Taking inspiration from Inman’s article on housing vacancies …There are currently 1894 properties on the market in Charlottesville, Albemarle, Fluvanna and Greene. 583 of these are listed as vacant – right around 30%!Macro analysis at CR.
Date Archives April 2007
If you’re not reading this via RSS, why not?
There are two types of Internet users, those that use RSS and those that don’t. This video is for the people who could save time using RSS, but don’t know where to start.
Buy now in the Charlottesville market or wait?
I am glad to continue renting if sellers are unwilling to lower their prices to account for the fact that the market has changed and real estate prices are unlikely to appreciate much in the near future (see, for example, the recent New York Times aricle entitled “A Word of Advice During a Housing Slump: Rent”)…. I realize that most sellers are probably not going to accept an offer well below their asking price all at once; rather, they are probably going to reduce their asking prices gradually until someone makes an offer reasonably close to what they are asking…. More on assessments at cvillenews.A brief analysis of homes sold in the MLS between $$500k and $600k since the first of the year comparing their sold price to their asking price and the assessed value found, unfortunately, very little consistentcorrelation.Right now, when searching for buyers, I tend to search prices 15%-25% higher than their “comfortable” price range (not the maximum they are pre-approved for, but comfortable) because often, price is not the greatest determinant when sellers are considering offers.The decision of whether to buy now is one that should be made with (far) more consideration than was necessary in the past five to seven years…. With input from our parents, the state of the market right now, the small time frame that we’ll be here in Charlottesville, etc, we just don’t think it’s the best move for us right now.I feel bad because I know that you put in a lot of time and effort for us and we appreciate it very much.
UVA’s growth plans’ impact on Charlottesville real estate
For starters, check out their Master Plan and their Master Plan Map; in short, UVA is everywhere, and will continue to expand and provide opportunities both for their employees, students and the general public (generally).I received the following from a reader earlier this week.UVa’s College of Arts & Sciences is slated to expand by 200-300 faculty positions in the near future (using capital campaign funds)…. So we opted for Johnson Village (more here), where our house is a sweet 1.2 miles from the South Lawn.It seems that many of the original residents of Johnson Village are now empty nesters who are “downsizing,” selling their homes — which are at an attractive price point (high $200s/low $300s) for first-time homebuyers and young families…. These existing developments are poised to take advantage of the re-emerging trends of *gasp* walking and biking to work and play.For an interesting perspective on UVA’s growth and plans, from the recent past (2003), read this.If there’s one truism about master plans, it is this: they change.In an effort to better inform the community about its master planning efforts, the University has pledged to formalize the way that the city of Charlottesville and Albemarle County participate in its planning process…. has reconstituted its Master Planning Council — charged with advising the University president on long-range physical planning issues — which includes nonvoting representatives from the city and the county.When thinking about UVA and their autonomy and seeming unrestrained expansions, I remember reading on a local blog years ago this quote – “If it weren’t for UVA, Charlottesville would be Scottsville.”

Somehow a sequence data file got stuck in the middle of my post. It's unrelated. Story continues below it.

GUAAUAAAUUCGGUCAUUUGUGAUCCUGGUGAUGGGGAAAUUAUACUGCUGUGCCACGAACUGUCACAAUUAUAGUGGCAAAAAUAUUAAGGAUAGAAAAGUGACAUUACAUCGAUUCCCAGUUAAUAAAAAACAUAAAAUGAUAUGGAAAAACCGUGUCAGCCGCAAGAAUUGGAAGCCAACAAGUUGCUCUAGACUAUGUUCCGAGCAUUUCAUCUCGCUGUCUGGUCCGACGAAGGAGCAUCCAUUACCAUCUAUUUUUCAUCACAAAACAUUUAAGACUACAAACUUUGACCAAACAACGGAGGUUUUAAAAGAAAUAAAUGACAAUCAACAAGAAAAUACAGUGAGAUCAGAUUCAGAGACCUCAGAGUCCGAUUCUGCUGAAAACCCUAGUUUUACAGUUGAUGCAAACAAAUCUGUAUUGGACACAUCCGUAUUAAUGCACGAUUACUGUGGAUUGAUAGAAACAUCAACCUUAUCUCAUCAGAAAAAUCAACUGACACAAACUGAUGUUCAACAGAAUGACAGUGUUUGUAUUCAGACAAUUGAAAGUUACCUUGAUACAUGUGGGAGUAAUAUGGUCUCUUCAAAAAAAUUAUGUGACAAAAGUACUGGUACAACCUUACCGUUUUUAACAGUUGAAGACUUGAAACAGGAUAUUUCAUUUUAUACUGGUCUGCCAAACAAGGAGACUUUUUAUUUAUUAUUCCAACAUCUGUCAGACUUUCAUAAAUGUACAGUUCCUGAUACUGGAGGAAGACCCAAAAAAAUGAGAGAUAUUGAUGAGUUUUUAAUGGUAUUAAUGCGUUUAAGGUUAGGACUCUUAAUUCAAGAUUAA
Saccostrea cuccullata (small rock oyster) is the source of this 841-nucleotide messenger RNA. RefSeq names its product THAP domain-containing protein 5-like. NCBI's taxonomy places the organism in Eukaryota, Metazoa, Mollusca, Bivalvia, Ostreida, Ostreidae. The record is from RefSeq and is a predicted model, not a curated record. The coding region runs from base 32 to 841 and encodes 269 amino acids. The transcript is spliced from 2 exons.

Local real estate blogging – take two
Of these, only one has written anything new in the past month.The national real estate blog network Active Rain, lists eight Charlottesville-area Realtors, none of whom (myself included) have posted a single entry…. (not that I am personally complaining) For better or worse, consistently writing and analyzing the market gives readers an opportunity to meet you and determine beforehand whether they want to contact you. For instance, I just received this kind note from a potential client I met through this blog:”Jim Duncan was incredibly helpful during my relocation to Charlottesville…. I would happily refer others to take advantage of his knowledge in looking for a house!”The funny thing is, she ended up not working with me (another story coming) but now there is one more person who reads and tells people about me and this blog.
Wednesday links 04-25-2007
Beware of Builders Bearing Gifts and Pushing Lenders – always, always analyze what is being offered to you. If it sounds too good to be true, it probably is.Before getting that loan …As noted earlier last month, Charlottesville is one of the top 25 Green Cities in AmericaChoosing C’Ville because of the relatively lower cost of living – frankly, I hadn’t heard that before. How homeowners can combat global warming – or more directly, how homeowners can save money.As Environmentalism Grows, Online Publishers Go Green – responding to the market’s demands.Energy Efficient home construction – building green is not rocket science, and it’s not even that different. It just takes a little bit of thinking differently.